Friday, November 27, 2009

"What Was Haiti Like?" (pt 1)

I've wanted to answer that question with, "If you have an hour I'll try to tell you."

If I had one word to offer it would "paradox." The country is both gorgeous and ugly. The people are both beautifully approachable and some annoying and uninviting. My time there was both soul-lifting and draining.

The countryside is beautiful. It could easily host resorts that people of means would flock to. The foreground is stick and mud homes with no running water or utilities to speak of.

Some of the people are physically beautiful and warmly charming and inviting. Some of the kids begged militantly, "Give me flash!" (flashlight) "Give me dollar!"

I personally saw probably twenty people come to Christ. I also saw the house of a voodoo priest and people who seemed to care less about talking with us.


At 2:45 in the wee hours of Thurs. morning Nov 12, we arrived at Oakbrook sluggish and tired. The good people of First Presbyterian Church gave us their bus and a driver to usher us to and from the Indy airport. (Thanks, First Pres. & Tom Hearn!)

By dusk that same day, after flying to Chicago and Miami, we touched down in Port Au Prince Haiti. You do not walk from the plane onto a gangway and into a terminal. You walk down a huge set of stairs that are driven up to the plane and you walk down them in presidential fashion.

Walking across the tarmac towards the terminal, you can tell this is not your normal stateside airport.

Once in the terminal we were faced with the language barrier that we would encounter all week. As a white person in America it's a very different feeling to be a minority in a country who's language you do not know. The impact of that reality was a bigger impact on me than I would have ever thought.

The terminal was hot, old, and the worse for wear. It would be a foreshadowing of what lied beyond it. (But it would also seem modern and clean after a week in a a Haitian village.)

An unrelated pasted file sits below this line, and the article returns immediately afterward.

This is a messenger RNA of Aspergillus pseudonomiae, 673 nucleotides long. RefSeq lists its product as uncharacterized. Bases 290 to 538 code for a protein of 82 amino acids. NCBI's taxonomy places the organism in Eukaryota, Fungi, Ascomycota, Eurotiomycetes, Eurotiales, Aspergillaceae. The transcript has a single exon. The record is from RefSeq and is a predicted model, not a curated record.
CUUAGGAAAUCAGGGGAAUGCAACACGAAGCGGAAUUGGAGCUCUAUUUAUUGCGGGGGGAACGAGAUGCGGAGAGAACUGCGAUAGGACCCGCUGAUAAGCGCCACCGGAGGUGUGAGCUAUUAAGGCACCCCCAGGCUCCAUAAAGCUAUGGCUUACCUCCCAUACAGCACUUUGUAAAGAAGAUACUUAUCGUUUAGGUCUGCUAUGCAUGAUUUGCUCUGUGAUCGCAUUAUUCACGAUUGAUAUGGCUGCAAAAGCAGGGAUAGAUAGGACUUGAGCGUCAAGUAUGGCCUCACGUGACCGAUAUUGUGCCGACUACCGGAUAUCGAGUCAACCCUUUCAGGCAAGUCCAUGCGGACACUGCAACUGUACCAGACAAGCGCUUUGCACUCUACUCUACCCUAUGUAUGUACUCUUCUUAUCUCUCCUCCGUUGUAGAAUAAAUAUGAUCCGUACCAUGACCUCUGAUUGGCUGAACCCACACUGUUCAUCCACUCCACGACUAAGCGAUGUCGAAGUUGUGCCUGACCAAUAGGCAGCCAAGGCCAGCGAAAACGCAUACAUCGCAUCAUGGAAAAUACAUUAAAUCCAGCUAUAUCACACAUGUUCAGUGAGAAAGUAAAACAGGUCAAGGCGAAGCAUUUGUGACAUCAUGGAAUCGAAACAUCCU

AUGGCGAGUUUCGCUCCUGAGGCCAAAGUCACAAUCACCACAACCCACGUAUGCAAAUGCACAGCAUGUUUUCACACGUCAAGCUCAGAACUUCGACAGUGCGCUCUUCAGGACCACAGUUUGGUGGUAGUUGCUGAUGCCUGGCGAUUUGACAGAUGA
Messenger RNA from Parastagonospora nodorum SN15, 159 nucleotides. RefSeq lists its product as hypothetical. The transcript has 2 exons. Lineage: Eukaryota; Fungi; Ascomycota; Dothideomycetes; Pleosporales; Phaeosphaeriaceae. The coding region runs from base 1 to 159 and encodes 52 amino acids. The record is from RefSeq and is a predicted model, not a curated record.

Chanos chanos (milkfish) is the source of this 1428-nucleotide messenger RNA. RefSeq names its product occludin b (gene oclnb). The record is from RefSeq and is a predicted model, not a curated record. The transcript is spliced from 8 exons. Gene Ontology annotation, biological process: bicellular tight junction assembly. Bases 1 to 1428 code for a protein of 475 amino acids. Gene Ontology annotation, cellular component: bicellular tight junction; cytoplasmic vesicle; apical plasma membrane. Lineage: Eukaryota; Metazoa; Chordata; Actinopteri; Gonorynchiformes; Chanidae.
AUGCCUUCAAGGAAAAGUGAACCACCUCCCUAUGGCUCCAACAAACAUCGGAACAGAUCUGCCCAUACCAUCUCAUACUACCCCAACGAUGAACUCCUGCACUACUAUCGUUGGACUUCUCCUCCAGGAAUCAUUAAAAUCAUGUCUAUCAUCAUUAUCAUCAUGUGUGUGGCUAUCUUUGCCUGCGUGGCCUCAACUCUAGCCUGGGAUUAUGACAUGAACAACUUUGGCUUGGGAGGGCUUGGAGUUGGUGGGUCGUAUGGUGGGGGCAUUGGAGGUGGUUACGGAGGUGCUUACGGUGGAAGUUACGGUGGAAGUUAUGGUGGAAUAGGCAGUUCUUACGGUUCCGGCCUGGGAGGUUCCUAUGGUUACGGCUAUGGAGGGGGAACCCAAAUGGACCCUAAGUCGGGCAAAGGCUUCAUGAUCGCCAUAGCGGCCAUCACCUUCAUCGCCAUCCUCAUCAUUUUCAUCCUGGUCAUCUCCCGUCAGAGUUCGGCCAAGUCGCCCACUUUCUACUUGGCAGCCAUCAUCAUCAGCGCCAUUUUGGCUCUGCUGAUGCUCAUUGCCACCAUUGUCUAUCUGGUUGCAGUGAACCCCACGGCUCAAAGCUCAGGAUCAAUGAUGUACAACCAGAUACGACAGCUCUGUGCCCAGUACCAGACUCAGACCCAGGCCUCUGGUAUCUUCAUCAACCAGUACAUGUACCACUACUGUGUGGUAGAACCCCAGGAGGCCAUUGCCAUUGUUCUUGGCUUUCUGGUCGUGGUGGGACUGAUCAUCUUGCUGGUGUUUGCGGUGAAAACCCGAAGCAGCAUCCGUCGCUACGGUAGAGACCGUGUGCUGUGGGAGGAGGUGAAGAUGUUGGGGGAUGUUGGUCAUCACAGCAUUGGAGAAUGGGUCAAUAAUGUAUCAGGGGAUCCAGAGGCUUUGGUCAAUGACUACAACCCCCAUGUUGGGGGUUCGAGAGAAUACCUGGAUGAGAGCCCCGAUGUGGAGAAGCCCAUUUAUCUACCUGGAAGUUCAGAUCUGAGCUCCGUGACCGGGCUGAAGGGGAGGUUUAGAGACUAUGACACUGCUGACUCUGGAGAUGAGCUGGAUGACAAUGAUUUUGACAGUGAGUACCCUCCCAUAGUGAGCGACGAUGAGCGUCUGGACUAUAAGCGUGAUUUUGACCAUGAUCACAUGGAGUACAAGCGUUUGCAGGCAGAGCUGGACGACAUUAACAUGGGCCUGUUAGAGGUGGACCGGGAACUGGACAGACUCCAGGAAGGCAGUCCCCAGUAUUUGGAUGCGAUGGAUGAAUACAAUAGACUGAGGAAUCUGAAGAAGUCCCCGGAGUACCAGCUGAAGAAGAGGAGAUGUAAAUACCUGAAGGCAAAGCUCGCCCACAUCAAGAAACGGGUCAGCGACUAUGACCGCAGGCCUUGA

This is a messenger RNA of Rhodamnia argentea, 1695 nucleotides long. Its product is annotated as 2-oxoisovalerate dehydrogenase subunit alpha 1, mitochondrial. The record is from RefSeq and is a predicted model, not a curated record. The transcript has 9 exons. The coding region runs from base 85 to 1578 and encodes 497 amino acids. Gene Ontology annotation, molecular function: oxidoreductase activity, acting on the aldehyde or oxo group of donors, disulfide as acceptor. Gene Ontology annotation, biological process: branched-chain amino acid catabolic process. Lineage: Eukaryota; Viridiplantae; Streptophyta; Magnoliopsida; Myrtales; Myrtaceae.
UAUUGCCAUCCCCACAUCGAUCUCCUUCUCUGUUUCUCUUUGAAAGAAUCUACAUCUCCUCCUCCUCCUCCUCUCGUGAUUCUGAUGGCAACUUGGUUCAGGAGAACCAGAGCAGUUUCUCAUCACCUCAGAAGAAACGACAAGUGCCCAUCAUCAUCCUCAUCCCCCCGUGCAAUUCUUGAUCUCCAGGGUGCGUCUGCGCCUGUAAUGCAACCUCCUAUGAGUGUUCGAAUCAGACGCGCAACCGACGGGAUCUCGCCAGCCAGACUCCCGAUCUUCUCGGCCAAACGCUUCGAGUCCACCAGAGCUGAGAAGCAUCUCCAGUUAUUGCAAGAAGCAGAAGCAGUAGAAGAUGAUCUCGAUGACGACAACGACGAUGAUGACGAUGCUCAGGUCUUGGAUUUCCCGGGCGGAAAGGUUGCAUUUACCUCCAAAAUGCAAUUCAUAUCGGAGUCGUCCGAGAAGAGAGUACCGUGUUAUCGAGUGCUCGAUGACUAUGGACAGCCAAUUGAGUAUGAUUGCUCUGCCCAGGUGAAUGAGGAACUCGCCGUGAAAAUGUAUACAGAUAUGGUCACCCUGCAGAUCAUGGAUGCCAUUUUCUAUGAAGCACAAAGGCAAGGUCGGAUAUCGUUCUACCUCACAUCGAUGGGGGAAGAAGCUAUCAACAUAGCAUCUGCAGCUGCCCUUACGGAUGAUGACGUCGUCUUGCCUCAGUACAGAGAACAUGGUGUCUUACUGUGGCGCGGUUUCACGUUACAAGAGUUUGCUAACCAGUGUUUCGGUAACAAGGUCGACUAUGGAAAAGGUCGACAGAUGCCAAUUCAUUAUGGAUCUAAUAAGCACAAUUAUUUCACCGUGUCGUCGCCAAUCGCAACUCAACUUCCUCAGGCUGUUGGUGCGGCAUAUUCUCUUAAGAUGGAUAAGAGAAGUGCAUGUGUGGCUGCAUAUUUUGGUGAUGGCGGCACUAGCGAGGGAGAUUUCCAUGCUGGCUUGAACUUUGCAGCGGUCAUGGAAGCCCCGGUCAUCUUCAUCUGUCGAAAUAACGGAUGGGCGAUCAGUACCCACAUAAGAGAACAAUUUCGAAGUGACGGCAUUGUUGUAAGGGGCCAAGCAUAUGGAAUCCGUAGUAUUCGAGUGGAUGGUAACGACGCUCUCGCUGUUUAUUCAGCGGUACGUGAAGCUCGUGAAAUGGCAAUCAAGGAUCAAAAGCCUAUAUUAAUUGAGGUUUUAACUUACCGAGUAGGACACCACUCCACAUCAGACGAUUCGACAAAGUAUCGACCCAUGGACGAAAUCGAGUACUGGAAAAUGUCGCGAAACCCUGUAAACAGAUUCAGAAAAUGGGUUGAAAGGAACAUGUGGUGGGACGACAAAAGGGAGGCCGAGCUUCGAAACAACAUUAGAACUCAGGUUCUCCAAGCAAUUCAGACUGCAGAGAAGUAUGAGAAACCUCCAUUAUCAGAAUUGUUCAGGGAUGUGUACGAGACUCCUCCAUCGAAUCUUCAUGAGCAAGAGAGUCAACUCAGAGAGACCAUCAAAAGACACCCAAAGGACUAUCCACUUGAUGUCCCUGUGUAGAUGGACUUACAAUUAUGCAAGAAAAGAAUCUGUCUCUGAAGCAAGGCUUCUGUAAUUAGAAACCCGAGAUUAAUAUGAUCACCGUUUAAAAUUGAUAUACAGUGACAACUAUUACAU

Once through customs we had to cling to our luggage that would be incessantly tugged at by cabbies fighting for a fair. Then it was into the parking lot to wait for our host. As we stood in the tropical heat we were twenty yards or so from the main Port Au Prince "thoroughfare" (I use the term loosely.)

The style of vehicle and style of driving was far from home. The cars and trucks were old, worn, and driven wildly. Perhaps the writer's of the "Mad Max" movies had drawn inspiration here.

Driving in Haiti is organized chaos, minus the organization. "Tap-taps" (mini-pickups turned into cabs) overflowed with Haitians, weighting down careened down the road without concern for passenger or other traffic.

As dark came upon us, it was amazingly clear that electricity was almost non-existent. The streets on both sides of us were flooded with people walking in front of businesses and hovels that were either dark or candlelit. This ride through the city pulled us out of our western comfort zone and into a culture we'd never experienced.

I will admit a certain amount of uneasiness at this point. Not fear that something would happen to us in way of attack or the like. Rather, it was the feeling of getting on a ride that, whether you like it or not, there's no getting off of for the next eight days. And whether my back (weak from recent issues) liked it or not, there's no turning back.

The roads through Port Au Prince were rough, but once we turned off toward the Village of Coupon we would learn how "good" those roads were and what in fact, rough roads really were.

It's not too much to say that some rural Haitian roads are more like driving down a dry creek bed than a road. And with the rains that came before us, it made for even more excitement. At one point, our minivan did get stuck and we all piled out to give it a shove. "Welcome to Haiti."

Our accommodations at Double Harvest were incredible--for Haiti, they were palatial. We had an upstairs--let's call it "condo" with a patio. It had two very large kitchens and it was divided into two wings; ladies on one side, men on the other. Each wing had it's washer and dryer.

Most of the rooms were like comfortable dorm rooms with its own bathroom and shower. There was a larger room in each wing that housed 5-6 beds. It was air conditioned and had a fresh water and crushed ice dispenser. The only drawback is that power, generally speaking, is available only from 7am to 7pm. Flashlights are very handy.

*** End part 1 ***

photo album 1, photo album 2, photo album 3